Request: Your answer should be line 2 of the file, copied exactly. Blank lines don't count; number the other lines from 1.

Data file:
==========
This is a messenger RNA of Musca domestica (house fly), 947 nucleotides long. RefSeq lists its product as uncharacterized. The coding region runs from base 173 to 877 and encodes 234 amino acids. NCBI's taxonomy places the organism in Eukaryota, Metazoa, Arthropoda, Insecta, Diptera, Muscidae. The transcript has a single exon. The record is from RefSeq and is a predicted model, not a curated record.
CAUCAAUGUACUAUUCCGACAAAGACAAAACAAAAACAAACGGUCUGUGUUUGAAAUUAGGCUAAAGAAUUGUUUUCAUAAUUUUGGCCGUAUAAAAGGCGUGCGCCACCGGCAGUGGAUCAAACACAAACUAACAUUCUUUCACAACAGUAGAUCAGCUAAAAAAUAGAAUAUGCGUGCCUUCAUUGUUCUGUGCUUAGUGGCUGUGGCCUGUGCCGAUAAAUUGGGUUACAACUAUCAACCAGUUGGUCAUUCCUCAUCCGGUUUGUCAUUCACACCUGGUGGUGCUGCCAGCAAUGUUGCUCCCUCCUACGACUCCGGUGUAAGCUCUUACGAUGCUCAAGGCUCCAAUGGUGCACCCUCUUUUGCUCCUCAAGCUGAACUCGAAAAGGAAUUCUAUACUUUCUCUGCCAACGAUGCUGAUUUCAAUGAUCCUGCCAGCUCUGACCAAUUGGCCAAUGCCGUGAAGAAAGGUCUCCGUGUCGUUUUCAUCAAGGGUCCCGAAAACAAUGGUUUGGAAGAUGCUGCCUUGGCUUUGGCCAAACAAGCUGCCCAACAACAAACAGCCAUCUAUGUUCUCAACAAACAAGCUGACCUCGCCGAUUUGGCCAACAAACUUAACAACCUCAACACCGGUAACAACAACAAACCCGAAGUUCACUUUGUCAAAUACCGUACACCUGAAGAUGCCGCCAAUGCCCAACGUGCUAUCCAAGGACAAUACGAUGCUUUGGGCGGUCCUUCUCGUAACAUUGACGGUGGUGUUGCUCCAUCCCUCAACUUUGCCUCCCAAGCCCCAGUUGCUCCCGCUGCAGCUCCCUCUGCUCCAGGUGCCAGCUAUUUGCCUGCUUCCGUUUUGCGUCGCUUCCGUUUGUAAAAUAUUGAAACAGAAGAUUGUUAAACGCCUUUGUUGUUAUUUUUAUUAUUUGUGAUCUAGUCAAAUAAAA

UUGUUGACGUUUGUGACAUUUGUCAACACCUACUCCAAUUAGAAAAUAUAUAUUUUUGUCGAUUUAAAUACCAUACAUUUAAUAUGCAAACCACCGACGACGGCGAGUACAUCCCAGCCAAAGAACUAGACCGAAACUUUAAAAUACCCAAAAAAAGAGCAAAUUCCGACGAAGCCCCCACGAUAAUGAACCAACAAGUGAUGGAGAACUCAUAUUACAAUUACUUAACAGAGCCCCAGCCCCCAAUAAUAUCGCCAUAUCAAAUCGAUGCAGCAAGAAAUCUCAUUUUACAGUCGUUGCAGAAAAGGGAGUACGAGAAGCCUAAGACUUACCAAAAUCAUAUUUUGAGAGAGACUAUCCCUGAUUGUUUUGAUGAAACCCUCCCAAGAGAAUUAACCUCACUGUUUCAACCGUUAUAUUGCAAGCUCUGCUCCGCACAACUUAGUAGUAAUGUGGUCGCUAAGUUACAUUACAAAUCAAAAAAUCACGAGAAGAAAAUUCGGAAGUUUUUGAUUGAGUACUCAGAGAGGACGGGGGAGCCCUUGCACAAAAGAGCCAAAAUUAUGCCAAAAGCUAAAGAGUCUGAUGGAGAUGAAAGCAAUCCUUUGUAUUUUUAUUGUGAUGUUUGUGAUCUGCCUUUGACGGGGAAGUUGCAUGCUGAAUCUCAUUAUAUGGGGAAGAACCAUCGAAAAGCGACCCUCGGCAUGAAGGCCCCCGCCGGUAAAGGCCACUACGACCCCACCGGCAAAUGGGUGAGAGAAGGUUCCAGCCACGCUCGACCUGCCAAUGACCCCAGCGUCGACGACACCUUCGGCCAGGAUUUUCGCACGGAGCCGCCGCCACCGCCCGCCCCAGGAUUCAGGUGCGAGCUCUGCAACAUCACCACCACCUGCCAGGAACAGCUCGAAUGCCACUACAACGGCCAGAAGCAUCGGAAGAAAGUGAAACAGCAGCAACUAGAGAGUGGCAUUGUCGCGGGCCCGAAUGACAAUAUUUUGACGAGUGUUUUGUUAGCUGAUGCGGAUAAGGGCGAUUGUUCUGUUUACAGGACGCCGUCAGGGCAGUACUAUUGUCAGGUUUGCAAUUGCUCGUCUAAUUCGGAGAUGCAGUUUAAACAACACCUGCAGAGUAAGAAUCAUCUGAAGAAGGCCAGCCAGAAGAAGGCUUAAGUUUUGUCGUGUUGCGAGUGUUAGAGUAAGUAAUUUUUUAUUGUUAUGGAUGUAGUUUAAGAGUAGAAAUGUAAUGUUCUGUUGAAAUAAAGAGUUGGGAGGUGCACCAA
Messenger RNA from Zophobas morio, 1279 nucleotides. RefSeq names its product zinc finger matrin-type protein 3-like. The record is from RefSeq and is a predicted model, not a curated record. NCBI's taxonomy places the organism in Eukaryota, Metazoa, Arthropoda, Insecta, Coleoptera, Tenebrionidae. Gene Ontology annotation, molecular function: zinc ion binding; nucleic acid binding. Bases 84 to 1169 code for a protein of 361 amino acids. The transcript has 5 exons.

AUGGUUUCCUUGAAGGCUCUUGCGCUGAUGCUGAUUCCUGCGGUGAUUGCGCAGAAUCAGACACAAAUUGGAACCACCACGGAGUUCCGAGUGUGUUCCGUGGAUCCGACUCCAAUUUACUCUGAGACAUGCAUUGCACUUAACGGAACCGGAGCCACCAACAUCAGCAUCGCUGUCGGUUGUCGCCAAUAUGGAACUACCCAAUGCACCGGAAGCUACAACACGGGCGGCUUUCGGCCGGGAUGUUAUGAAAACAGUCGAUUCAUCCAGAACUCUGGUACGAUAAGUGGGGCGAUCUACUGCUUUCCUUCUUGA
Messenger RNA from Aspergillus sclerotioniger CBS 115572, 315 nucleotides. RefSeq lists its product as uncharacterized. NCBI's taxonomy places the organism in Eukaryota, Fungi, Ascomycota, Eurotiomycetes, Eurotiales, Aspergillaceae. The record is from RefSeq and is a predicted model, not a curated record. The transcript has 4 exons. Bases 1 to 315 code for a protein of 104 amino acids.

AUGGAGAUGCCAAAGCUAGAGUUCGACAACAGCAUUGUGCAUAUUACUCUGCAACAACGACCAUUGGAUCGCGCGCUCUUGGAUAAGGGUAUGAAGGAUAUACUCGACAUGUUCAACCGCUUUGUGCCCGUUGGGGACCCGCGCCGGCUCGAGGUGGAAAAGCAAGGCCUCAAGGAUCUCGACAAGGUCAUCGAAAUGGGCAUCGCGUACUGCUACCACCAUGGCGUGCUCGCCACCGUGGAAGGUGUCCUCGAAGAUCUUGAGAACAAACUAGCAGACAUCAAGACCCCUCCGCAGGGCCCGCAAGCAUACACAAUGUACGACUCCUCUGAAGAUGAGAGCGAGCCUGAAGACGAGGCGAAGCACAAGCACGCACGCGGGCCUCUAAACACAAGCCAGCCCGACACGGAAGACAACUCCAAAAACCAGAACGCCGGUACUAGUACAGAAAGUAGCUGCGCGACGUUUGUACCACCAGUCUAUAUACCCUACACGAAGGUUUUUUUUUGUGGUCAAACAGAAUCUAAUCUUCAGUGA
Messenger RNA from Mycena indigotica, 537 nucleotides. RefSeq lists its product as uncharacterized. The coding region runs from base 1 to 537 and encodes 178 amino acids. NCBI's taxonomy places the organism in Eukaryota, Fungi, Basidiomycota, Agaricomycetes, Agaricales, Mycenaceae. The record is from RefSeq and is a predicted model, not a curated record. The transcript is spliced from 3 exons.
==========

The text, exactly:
CAUCAAUGUACUAUUCCGACAAAGACAAAACAAAAACAAACGGUCUGUGUUUGAAAUUAGGCUAAAGAAUUGUUUUCAUAAUUUUGGCCGUAUAAAAGGCGUGCGCCACCGGCAGUGGAUCAAACACAAACUAACAUUCUUUCACAACAGUAGAUCAGCUAAAAAAUAGAAUAUGCGUGCCUUCAUUGUUCUGUGCUUAGUGGCUGUGGCCUGUGCCGAUAAAUUGGGUUACAACUAUCAACCAGUUGGUCAUUCCUCAUCCGGUUUGUCAUUCACACCUGGUGGUGCUGCCAGCAAUGUUGCUCCCUCCUACGACUCCGGUGUAAGCUCUUACGAUGCUCAAGGCUCCAAUGGUGCACCCUCUUUUGCUCCUCAAGCUGAACUCGAAAAGGAAUUCUAUACUUUCUCUGCCAACGAUGCUGAUUUCAAUGAUCCUGCCAGCUCUGACCAAUUGGCCAAUGCCGUGAAGAAAGGUCUCCGUGUCGUUUUCAUCAAGGGUCCCGAAAACAAUGGUUUGGAAGAUGCUGCCUUGGCUUUGGCCAAACAAGCUGCCCAACAACAAACAGCCAUCUAUGUUCUCAACAAACAAGCUGACCUCGCCGAUUUGGCCAACAAACUUAACAACCUCAACACCGGUAACAACAACAAACCCGAAGUUCACUUUGUCAAAUACCGUACACCUGAAGAUGCCGCCAAUGCCCAACGUGCUAUCCAAGGACAAUACGAUGCUUUGGGCGGUCCUUCUCGUAACAUUGACGGUGGUGUUGCUCCAUCCCUCAACUUUGCCUCCCAAGCCCCAGUUGCUCCCGCUGCAGCUCCCUCUGCUCCAGGUGCCAGCUAUUUGCCUGCUUCCGUUUUGCGUCGCUUCCGUUUGUAAAAUAUUGAAACAGAAGAUUGUUAAACGCCUUUGUUGUUAUUUUUAUUAUUUGUGAUCUAGUCAAAUAAAA